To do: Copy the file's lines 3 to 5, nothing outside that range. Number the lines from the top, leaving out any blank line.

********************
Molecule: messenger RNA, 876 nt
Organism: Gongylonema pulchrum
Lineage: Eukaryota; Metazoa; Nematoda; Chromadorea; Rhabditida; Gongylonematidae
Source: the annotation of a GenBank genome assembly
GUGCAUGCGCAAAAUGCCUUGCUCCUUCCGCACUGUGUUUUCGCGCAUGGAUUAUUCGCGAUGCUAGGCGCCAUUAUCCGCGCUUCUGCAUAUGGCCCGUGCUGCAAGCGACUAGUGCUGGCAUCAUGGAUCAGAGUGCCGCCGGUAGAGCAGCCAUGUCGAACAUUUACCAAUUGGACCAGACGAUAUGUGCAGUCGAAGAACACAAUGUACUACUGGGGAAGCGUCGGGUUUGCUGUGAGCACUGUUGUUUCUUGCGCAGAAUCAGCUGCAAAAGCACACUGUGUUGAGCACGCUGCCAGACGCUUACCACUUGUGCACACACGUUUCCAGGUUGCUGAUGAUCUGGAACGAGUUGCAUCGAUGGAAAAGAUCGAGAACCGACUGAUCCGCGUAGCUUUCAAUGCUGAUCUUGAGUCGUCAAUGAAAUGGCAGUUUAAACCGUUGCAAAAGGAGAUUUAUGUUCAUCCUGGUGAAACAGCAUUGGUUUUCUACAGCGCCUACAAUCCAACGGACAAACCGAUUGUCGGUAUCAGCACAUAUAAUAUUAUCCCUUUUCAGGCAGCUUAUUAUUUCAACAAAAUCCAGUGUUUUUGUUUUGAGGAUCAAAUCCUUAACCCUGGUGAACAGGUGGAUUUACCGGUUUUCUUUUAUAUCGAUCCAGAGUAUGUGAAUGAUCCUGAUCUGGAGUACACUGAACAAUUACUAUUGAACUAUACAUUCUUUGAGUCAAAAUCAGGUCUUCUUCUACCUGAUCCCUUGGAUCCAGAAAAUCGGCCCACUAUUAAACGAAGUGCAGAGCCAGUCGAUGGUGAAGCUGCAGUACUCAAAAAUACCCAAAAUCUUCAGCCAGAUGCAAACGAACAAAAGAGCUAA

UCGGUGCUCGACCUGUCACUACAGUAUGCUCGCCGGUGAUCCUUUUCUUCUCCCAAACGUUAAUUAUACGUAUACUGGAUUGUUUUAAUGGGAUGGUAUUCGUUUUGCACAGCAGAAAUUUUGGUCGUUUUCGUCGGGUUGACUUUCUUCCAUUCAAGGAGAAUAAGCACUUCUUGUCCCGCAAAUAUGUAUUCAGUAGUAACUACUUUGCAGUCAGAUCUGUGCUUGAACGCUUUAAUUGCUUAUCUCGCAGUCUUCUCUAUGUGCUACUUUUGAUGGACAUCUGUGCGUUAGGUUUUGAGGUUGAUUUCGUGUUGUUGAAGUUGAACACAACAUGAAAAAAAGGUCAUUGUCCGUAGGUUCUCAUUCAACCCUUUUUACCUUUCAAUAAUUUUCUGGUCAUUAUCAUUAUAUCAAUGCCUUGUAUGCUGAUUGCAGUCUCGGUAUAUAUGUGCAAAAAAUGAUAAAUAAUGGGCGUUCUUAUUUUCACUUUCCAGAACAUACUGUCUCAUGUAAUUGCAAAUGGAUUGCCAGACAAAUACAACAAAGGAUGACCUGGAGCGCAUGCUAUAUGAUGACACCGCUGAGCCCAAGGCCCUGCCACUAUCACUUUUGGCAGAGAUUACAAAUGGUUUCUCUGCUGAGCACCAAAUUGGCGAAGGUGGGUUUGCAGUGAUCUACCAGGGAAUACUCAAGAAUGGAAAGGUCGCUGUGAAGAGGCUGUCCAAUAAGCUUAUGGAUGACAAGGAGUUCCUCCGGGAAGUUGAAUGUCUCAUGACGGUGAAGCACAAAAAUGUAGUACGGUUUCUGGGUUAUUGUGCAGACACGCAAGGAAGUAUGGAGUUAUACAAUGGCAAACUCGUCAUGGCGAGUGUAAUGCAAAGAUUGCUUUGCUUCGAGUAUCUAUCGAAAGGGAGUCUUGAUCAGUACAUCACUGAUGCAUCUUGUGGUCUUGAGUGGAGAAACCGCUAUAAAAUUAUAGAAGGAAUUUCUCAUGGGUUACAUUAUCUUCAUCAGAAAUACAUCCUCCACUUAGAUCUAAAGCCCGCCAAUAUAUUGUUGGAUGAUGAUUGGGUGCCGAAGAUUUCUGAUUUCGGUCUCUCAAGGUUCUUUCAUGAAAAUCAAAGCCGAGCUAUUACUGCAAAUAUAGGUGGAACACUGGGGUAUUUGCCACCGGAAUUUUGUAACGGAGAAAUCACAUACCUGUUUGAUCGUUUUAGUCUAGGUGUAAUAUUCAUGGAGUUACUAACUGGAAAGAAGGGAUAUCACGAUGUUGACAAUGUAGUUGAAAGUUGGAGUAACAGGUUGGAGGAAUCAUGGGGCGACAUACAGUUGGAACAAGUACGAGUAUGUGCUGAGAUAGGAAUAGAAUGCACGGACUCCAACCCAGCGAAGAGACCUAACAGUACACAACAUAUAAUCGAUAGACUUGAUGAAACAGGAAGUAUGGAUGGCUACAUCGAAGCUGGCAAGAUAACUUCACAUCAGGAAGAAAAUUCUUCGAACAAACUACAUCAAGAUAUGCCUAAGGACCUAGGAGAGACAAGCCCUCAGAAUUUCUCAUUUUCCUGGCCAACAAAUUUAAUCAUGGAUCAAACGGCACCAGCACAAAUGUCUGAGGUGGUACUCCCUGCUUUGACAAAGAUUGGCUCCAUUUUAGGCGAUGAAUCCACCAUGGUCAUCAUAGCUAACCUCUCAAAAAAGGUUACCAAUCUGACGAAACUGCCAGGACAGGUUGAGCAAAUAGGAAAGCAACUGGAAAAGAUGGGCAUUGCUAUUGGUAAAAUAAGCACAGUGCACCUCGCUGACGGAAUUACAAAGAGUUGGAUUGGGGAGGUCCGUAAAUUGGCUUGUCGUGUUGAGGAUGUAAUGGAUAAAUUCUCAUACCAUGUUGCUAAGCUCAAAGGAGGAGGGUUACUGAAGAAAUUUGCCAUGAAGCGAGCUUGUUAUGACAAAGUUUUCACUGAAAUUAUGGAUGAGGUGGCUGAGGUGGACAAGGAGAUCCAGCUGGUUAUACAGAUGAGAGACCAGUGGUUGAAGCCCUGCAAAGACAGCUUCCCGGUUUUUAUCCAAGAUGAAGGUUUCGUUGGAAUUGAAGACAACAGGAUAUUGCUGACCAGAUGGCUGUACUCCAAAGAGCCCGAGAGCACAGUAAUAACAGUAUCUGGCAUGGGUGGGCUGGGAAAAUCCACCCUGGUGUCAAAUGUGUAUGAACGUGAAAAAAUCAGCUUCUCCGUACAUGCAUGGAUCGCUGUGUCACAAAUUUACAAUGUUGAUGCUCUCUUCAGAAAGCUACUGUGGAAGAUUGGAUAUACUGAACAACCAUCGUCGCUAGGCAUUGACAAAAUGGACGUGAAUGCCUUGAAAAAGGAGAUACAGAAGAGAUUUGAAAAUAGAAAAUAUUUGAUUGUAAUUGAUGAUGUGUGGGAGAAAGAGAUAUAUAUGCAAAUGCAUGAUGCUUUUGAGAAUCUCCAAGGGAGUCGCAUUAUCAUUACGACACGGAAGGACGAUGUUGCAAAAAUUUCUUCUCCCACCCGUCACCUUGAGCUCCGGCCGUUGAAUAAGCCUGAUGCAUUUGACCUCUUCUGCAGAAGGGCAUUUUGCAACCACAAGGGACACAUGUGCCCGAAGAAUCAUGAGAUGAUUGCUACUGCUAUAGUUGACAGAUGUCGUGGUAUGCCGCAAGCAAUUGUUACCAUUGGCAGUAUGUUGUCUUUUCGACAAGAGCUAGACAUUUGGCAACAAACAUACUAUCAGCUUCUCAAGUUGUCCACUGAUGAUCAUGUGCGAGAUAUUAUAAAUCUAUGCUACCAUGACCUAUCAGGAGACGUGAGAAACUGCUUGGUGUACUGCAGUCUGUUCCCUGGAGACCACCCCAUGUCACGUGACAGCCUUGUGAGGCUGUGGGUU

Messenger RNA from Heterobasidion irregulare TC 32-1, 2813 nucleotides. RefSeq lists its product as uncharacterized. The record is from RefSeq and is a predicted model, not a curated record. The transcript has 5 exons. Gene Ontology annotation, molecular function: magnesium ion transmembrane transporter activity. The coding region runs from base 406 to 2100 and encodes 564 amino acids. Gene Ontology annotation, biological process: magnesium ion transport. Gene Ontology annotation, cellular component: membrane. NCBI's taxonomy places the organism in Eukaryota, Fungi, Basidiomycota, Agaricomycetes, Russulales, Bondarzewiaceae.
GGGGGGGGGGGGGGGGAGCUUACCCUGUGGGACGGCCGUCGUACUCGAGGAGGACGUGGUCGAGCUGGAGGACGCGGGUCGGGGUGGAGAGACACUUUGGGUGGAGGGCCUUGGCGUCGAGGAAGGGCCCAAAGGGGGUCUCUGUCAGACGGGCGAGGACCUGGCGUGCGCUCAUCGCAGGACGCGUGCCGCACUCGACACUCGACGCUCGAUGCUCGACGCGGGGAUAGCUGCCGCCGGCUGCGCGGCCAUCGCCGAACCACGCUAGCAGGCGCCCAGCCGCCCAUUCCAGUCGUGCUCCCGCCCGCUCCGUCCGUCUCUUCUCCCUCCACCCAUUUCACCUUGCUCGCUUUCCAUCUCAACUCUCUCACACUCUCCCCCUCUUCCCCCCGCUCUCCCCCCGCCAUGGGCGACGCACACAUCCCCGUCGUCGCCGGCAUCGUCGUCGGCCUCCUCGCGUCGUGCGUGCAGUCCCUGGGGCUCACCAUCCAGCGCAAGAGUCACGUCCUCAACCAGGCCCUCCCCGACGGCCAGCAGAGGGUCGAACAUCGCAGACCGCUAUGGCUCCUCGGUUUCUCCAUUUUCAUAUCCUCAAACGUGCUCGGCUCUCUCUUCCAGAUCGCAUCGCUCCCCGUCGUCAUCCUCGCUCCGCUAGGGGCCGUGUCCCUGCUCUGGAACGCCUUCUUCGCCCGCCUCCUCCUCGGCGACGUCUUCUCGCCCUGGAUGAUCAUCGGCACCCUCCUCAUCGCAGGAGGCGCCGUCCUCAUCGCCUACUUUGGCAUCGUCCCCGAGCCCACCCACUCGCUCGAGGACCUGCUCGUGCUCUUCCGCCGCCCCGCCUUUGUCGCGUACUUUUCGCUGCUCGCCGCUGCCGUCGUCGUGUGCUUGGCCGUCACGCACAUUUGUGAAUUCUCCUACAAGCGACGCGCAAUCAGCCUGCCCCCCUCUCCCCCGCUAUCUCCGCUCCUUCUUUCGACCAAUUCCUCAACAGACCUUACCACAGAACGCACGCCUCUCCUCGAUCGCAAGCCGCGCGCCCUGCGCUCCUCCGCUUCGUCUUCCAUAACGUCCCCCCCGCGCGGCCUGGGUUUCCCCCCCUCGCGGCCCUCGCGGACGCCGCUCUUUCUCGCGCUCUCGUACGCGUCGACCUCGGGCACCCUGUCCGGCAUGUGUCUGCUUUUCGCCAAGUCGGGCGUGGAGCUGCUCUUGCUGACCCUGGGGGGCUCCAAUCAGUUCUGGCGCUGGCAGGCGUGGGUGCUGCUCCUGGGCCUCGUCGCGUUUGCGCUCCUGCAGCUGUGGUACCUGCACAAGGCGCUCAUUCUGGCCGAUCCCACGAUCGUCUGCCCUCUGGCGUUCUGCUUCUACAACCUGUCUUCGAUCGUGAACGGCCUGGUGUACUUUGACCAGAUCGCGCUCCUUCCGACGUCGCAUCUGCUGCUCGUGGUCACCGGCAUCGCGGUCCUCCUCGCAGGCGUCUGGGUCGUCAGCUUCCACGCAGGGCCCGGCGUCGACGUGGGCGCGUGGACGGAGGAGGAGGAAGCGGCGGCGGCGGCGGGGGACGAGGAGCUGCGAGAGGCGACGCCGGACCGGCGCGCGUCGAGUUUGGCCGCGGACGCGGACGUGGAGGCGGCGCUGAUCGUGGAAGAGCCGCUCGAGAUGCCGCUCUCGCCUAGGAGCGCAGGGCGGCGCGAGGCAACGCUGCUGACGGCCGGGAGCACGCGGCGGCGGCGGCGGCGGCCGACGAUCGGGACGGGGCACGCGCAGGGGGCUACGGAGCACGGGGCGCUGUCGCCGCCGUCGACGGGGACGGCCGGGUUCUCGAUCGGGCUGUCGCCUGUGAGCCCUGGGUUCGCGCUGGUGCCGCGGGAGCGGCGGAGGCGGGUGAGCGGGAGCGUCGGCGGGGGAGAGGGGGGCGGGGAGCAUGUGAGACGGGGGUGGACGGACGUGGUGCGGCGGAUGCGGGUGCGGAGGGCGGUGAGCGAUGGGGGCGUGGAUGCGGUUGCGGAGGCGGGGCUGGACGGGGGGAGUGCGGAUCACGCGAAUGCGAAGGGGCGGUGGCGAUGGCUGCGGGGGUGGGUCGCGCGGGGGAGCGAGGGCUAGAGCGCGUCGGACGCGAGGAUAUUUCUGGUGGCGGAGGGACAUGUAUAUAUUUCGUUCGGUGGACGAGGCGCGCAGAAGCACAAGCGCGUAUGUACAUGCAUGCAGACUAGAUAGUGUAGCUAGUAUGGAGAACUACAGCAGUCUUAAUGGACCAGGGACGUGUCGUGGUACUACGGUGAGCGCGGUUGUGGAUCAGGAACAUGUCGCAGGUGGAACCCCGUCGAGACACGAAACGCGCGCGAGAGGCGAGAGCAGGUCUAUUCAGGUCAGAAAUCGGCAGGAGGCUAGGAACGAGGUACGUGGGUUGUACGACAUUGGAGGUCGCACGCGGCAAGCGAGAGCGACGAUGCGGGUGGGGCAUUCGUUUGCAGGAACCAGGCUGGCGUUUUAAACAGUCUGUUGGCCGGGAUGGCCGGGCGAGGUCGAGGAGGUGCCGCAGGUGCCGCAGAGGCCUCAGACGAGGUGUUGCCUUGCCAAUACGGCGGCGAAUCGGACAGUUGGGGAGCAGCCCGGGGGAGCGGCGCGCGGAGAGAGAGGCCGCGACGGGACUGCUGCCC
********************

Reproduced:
Lineage: Eukaryota; Metazoa; Nematoda; Chromadorea; Rhabditida; Gongylonematidae
Source: the annotation of a GenBank genome assembly
GUGCAUGCGCAAAAUGCCUUGCUCCUUCCGCACUGUGUUUUCGCGCAUGGAUUAUUCGCGAUGCUAGGCGCCAUUAUCCGCGCUUCUGCAUAUGGCCCGUGCUGCAAGCGACUAGUGCUGGCAUCAUGGAUCAGAGUGCCGCCGGUAGAGCAGCCAUGUCGAACAUUUACCAAUUGGACCAGACGAUAUGUGCAGUCGAAGAACACAAUGUACUACUGGGGAAGCGUCGGGUUUGCUGUGAGCACUGUUGUUUCUUGCGCAGAAUCAGCUGCAAAAGCACACUGUGUUGAGCACGCUGCCAGACGCUUACCACUUGUGCACACACGUUUCCAGGUUGCUGAUGAUCUGGAACGAGUUGCAUCGAUGGAAAAGAUCGAGAACCGACUGAUCCGCGUAGCUUUCAAUGCUGAUCUUGAGUCGUCAAUGAAAUGGCAGUUUAAACCGUUGCAAAAGGAGAUUUAUGUUCAUCCUGGUGAAACAGCAUUGGUUUUCUACAGCGCCUACAAUCCAACGGACAAACCGAUUGUCGGUAUCAGCACAUAUAAUAUUAUCCCUUUUCAGGCAGCUUAUUAUUUCAACAAAAUCCAGUGUUUUUGUUUUGAGGAUCAAAUCCUUAACCCUGGUGAACAGGUGGAUUUACCGGUUUUCUUUUAUAUCGAUCCAGAGUAUGUGAAUGAUCCUGAUCUGGAGUACACUGAACAAUUACUAUUGAACUAUACAUUCUUUGAGUCAAAAUCAGGUCUUCUUCUACCUGAUCCCUUGGAUCCAGAAAAUCGGCCCACUAUUAAACGAAGUGCAGAGCCAGUCGAUGGUGAAGCUGCAGUACUCAAAAAUACCCAAAAUCUUCAGCCAGAUGCAAACGAACAAAAGAGCUAA